But that is just a small subplot of the movie.


The main storyline is of a conspiracy that Wade thinks he has come across. A very wealthy older man is taken out hunting by Jack Hewitt (The Wire’s Jim True Frost), one day. While on this trip in the woods, Hewitt claims that the older man lost his balance, fell down the side of a hill, dropped his rifle, and that the rifle went off, firing and killing him. That’s the story Hewitt tells, only Wade has other ideas.



He knows a few things about the older man who was killed. He knows that this man was going to testify against the mob. He also knows that the man was very wealthy. And finally, he knows that there was a deal that this man’s son in law was trying to make, and the old man wouldn’t agree to it. He was the only reason why the deal wasn’t happening, and now that he’s dead, the son in law can go through with the deal.



So Wade sees all kinds of conspiracies and possibilities for what might have happened. And none of them are that the old man fell and dropped his gun and shot himself. Instead, he suspects the mob and Hewitt and the son in law. He even suspects his boss, the guy who hired him to be the local security, claiming that his boss and the son in law are in on it together. Wade convinces his brother, Rolfe, about this conspiracy, and for a little while Rolfe believes him, before telling Wade that maybe the theories aren’t true and that things did happen the way Hewitt says.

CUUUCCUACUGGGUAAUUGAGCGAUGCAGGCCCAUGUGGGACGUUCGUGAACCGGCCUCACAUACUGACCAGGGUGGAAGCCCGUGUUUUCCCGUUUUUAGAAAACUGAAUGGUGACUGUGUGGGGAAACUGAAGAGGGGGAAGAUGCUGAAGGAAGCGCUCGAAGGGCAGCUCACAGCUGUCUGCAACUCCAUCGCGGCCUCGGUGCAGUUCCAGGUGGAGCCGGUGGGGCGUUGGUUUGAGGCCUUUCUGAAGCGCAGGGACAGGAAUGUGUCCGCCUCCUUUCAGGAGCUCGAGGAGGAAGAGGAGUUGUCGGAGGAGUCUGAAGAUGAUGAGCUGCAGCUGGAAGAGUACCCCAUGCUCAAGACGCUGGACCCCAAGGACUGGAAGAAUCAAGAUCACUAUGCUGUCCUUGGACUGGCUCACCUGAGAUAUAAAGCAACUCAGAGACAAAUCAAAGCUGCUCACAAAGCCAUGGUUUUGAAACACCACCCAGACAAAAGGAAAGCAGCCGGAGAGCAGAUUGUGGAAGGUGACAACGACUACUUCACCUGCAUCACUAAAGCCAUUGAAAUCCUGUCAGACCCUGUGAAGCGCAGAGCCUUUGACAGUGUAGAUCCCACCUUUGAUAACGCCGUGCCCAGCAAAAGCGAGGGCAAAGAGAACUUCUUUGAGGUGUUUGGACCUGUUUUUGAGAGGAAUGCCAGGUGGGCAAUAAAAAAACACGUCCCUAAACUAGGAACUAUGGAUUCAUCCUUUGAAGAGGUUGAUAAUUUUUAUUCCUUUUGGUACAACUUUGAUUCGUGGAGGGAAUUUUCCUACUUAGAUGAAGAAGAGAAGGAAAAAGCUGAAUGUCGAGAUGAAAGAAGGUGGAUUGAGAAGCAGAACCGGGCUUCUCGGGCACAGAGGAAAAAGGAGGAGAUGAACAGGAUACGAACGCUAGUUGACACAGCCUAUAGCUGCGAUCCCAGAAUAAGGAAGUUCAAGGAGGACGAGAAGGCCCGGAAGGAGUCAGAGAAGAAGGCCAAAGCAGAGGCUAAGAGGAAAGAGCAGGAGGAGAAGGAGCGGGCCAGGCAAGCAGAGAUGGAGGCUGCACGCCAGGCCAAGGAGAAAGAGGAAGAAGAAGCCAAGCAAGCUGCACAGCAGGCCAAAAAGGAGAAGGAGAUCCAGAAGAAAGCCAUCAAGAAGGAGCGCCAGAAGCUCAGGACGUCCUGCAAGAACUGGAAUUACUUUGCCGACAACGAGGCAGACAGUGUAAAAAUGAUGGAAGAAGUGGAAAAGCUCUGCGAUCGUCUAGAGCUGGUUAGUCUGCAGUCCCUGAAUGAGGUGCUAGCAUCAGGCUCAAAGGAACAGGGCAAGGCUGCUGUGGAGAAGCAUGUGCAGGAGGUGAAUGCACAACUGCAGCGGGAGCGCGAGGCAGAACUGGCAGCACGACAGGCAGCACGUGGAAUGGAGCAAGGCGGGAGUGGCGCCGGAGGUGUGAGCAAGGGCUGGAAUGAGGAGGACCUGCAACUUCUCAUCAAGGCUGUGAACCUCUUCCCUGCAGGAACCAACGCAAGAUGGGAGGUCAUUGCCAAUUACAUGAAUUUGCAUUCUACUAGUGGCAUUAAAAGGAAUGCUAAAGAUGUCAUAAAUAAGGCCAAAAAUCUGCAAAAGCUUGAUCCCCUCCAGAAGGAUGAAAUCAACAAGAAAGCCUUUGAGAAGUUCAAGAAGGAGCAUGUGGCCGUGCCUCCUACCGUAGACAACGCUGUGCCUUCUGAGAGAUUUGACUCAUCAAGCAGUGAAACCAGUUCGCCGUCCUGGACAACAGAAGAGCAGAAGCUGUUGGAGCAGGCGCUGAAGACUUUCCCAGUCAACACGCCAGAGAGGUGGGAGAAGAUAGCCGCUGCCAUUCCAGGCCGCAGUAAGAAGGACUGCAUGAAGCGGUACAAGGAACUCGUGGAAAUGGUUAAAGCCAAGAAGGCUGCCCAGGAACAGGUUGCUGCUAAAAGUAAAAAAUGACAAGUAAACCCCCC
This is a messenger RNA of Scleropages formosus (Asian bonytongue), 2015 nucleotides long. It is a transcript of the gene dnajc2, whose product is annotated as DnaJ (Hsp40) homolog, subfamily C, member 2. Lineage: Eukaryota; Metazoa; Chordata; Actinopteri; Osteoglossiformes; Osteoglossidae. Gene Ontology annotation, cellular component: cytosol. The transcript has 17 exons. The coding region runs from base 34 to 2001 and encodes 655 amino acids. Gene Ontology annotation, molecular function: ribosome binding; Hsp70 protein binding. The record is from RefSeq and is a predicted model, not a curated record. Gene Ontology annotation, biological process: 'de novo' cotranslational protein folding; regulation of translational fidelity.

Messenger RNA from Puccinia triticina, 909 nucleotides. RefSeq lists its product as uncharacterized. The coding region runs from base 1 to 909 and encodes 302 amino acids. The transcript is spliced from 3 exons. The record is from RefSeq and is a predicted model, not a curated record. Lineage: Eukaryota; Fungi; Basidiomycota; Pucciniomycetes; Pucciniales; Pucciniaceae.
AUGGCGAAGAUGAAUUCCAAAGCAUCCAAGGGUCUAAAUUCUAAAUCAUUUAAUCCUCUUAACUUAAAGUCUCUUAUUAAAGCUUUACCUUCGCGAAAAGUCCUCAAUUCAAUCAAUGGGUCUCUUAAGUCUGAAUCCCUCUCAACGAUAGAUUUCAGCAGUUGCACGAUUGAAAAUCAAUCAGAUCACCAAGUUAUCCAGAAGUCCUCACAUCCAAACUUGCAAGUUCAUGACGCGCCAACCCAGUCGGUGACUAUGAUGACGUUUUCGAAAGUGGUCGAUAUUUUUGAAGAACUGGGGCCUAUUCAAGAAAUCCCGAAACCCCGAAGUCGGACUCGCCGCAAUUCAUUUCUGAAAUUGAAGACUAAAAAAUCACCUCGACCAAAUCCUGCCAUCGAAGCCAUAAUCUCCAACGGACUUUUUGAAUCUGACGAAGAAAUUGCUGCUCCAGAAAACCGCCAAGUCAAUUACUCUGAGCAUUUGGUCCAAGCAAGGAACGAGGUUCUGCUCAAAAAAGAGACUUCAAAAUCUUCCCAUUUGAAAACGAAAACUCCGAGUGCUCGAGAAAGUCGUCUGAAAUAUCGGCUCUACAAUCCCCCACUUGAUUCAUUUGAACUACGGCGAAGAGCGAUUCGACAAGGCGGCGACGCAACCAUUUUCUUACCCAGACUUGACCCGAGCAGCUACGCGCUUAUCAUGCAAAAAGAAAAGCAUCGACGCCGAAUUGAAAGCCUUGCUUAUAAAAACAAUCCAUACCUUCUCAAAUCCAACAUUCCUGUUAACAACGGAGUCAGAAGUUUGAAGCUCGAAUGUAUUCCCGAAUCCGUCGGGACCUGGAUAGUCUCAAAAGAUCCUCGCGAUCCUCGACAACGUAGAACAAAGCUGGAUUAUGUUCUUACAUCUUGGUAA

As if the murder conspiracy situation, and the subplot about Wade and his daughter weren’t enough, there are two other storylines going on here. The first is with Wade and Margie, the woman who he is seeing. She is played by Sissy Spacek, in one of those powerful roles that she does so well with. Spacek hasn’t been in many memorable movies over the past two decades, but between her performances here and also in the movie In the Bedroom, she shows that she’s still got it.


And then there’s the subplot about Wade’s father, the abusive drunk. We get to see flashbacks to how the father treated the boys and their mother while growing up, and we get to see that the father is still the same way today. Coburn won an Oscar for his performance in this movie, and he really is pretty great. He’s mean and scary, and a lot of the movie is about how maybe Wade isn’t that far off from the way that his father was. I love that this movie might feel a little clichéd at times, with it’s conspiracy plot, but ends up steering far off the usual path. Nothing works out neatly or the way you would expect, and that’s a great quality for a film to have. The movie is exciting and intense at all the right times and it really builds up in tension. Aside from that, it is extremely dark and unafraid to do things its own way. It is a pretty gripping film.